It’s easy when it’s someone else’s money

How government ministers diverted public funds to their own electoral districts

 

It should come as no surprise that, despite the string of scandals which continue to plague Robert Abela’s administration, the latest polls suggest the Labour Party enjoys a comfortable majority in the upcoming election.

After all, with an unprecedented increase in public sector employment and a complete subversion of the public procurement process, the governing party has already done plenty to curry favour at the polls.

Just in case that wasn’t enough, many government ministers took advantage of the months of uncertainty while Abela fuelled speculation about the date of the upcoming general election to fund big and small projects that just happened to fall within their own electoral districts.

The Shift revealed how Economy Minister Silvio Schembri directed tens of thousands of euros in public funds to several organisations in his own constituency. While that may not seem like much, the funds Schembri is distributing are administered by the Responsible Gaming Foundation (RGF) and are earmarked for creating awareness about the problems associated with gambling.

He apparently ruffled the feathers of fellow Labour candidates in the same district, but Schembri is hardly an exception.

According to information presented in parliament, €3 million from National Development and Social Fund (NSDF), an entity financed by the controversial sale of passports, was spent last year on big public projects in the electoral district of Alex Muscat, the parliamentary secretary responsible for the fund.

The projects included €1 million to turn an abandoned field in Mosta into a playing field; €850,000 to install panoramic lighting on the Mosta church, located in the heart of Muscat’s constituency; and, according to NSDF statistics, some €2.5 million to be shared between two “greening” projects in Hamrun and Qormi.

Another analysis by The Shift revealed that most of the money allocated through the Social Causes Fund, which is tasked with distributing money from gaming taxes and unclaimed lottery prizes, was diverted to organisations in the electoral district where Finance Minister Clyde Caruana hopes to win a parliamentary seat. Many of the funds went to organisations like band clubs and religious societies, which are considered essential for a budding politician to gain popularity.

This may explain why a national arts fund administrated by the Arts Council, and set up to help NGOs involved in the organisation of traditional village feasts across the island, allocated two-thirds of its cash to groups from minister Jose Herrera’s own electoral district. An investigation by The Shift revealed that of the €230,000 dispensed by the Arts Council, some 65% – or €150,000 – was given to 19 organisations within the first electoral district, while most applications from other parts of Malta were rejected.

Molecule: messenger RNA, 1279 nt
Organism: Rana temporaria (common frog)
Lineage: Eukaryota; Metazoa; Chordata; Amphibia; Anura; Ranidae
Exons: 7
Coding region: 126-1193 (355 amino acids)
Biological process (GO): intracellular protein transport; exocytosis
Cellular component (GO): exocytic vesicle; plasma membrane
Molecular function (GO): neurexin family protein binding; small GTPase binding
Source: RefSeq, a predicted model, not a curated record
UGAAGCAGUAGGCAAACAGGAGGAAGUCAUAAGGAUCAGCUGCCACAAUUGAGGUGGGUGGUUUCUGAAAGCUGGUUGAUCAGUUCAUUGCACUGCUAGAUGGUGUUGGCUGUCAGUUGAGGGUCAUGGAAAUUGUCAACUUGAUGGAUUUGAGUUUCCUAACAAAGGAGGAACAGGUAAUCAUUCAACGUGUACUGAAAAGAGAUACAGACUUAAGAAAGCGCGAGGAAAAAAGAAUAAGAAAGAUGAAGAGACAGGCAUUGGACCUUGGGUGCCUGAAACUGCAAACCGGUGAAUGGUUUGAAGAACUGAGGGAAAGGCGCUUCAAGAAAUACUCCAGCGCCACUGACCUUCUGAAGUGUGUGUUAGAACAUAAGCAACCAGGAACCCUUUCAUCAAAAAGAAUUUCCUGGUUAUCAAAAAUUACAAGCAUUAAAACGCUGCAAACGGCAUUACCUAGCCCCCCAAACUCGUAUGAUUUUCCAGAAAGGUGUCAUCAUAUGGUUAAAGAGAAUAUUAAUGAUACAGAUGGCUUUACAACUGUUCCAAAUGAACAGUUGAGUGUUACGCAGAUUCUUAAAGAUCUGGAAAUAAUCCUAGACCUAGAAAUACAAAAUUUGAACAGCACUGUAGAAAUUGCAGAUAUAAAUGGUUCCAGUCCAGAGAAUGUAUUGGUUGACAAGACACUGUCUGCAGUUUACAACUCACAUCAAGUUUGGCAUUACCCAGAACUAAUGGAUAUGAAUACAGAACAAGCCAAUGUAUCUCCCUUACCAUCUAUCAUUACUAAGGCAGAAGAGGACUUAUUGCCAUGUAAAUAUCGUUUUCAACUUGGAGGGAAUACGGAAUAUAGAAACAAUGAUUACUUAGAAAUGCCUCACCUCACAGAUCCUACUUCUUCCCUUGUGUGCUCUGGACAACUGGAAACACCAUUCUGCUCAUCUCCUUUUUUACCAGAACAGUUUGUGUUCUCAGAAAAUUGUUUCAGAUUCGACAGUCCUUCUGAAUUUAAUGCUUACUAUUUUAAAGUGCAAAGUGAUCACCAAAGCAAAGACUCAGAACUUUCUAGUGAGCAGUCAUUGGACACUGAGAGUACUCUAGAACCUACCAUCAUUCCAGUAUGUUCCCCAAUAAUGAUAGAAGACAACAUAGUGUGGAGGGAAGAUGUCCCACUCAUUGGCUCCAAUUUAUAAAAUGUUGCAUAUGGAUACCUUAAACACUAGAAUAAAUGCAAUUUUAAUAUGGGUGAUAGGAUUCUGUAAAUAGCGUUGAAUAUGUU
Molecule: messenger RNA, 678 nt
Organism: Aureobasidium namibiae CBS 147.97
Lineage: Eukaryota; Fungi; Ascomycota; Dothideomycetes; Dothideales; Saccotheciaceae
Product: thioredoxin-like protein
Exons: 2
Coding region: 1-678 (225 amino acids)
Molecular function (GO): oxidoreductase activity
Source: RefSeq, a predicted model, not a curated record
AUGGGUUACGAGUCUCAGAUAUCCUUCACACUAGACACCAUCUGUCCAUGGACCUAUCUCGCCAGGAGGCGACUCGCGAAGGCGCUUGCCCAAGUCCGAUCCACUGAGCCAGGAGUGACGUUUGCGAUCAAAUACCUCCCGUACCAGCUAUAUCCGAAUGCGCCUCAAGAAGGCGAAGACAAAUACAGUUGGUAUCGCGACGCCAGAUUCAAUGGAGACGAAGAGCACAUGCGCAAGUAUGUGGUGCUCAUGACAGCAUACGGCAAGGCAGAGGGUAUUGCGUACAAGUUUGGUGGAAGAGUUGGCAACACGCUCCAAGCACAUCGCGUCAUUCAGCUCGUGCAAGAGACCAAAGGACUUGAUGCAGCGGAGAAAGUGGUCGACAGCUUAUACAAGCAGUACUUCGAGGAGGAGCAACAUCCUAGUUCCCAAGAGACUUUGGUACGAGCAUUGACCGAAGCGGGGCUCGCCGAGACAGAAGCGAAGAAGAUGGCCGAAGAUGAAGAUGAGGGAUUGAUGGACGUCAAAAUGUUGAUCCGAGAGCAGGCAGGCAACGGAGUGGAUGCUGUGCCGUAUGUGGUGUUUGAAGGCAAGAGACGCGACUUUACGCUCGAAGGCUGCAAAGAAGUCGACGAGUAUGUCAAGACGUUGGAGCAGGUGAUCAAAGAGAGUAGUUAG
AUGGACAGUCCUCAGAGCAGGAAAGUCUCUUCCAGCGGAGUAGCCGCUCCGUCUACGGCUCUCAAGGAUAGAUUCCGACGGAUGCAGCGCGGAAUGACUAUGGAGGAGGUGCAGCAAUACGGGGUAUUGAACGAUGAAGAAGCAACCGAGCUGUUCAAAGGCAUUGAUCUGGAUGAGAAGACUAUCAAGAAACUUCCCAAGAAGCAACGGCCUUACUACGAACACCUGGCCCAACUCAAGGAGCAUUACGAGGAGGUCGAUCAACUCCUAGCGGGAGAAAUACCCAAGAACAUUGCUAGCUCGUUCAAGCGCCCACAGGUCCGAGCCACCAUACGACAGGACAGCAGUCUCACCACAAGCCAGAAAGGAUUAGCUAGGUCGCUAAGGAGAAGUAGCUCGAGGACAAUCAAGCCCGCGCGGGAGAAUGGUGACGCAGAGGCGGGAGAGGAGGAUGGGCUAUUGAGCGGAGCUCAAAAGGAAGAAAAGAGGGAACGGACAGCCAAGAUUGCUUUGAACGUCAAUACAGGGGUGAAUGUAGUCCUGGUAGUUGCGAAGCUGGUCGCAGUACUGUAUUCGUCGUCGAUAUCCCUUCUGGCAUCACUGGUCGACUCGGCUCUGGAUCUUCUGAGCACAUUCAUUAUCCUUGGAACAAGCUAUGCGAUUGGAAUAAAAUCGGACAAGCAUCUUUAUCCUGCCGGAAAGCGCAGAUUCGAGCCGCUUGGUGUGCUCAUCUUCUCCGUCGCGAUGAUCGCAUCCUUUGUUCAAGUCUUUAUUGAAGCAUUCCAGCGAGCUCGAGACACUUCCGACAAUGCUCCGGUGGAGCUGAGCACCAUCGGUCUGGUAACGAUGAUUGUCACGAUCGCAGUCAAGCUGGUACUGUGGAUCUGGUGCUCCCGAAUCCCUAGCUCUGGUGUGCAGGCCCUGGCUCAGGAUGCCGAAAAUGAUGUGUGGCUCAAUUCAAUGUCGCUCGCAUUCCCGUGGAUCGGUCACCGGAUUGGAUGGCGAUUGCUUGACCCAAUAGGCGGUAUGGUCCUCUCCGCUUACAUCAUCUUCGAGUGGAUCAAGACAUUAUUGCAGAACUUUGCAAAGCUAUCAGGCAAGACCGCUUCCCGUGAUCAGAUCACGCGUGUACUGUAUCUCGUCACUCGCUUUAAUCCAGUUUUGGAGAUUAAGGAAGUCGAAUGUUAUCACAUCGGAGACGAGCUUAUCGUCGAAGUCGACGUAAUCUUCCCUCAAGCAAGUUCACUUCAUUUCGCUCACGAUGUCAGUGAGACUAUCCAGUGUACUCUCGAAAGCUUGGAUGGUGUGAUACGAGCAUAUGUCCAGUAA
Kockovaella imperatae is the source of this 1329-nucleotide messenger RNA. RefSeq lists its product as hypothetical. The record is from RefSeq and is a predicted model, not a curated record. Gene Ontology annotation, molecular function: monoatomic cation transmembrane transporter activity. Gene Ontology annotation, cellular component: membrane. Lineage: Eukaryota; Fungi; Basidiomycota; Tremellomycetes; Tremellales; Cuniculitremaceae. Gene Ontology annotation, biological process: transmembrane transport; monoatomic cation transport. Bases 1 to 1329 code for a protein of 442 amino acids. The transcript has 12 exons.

Thanks to government officials’ self-promotion on social media, The Shift was able to calculate how seven other government MPs spent over €20 million in public funds on projects located exclusively within their own electoral districts. These included government whip Glenn Bedingfield, Gozo Minister Clint Camilleri, and Environment Minister Aaron Farrugia.

Glenn Bedingfield is the chairman of the Cottonera Foundation, a State-funded entity with a budget of €7.6 million, that was set up last year specifically for embellishment projects in the electoral district the MP will be contesting.

Gozo Minister Clint Camilleri spent €3 million on a single refurbishment project in Marsalforn, while Aaron Farrugia spent €3.05 million on projects in his own constituency that included the upgrading of two gardens in Floriana and Marsa, refurbishment works on a youth centre in Valletta, and a “greening project” in a car park in Ħamrun. All of these were promoted on Farrugia’s Facebook page within the space of a few months.

In spite of these short-sighted spending sprees, both the Labour and Nationalist parties are busy making grand electoral pledges that — quite predictably — include reducing taxes while increasing spending. No one talks about where the money is supposed to come from.

According to the latest figures published by the National Statistics Office, The Shift calculated that by January 2021 Malta’s debt had ballooned to a record €8.1 billion, and that during his first 24 months as prime minister, Abela’s government increased the national debt by a staggering €2.7 billion — the equivalent of borrowing €3.7 million a day.

                           
                               
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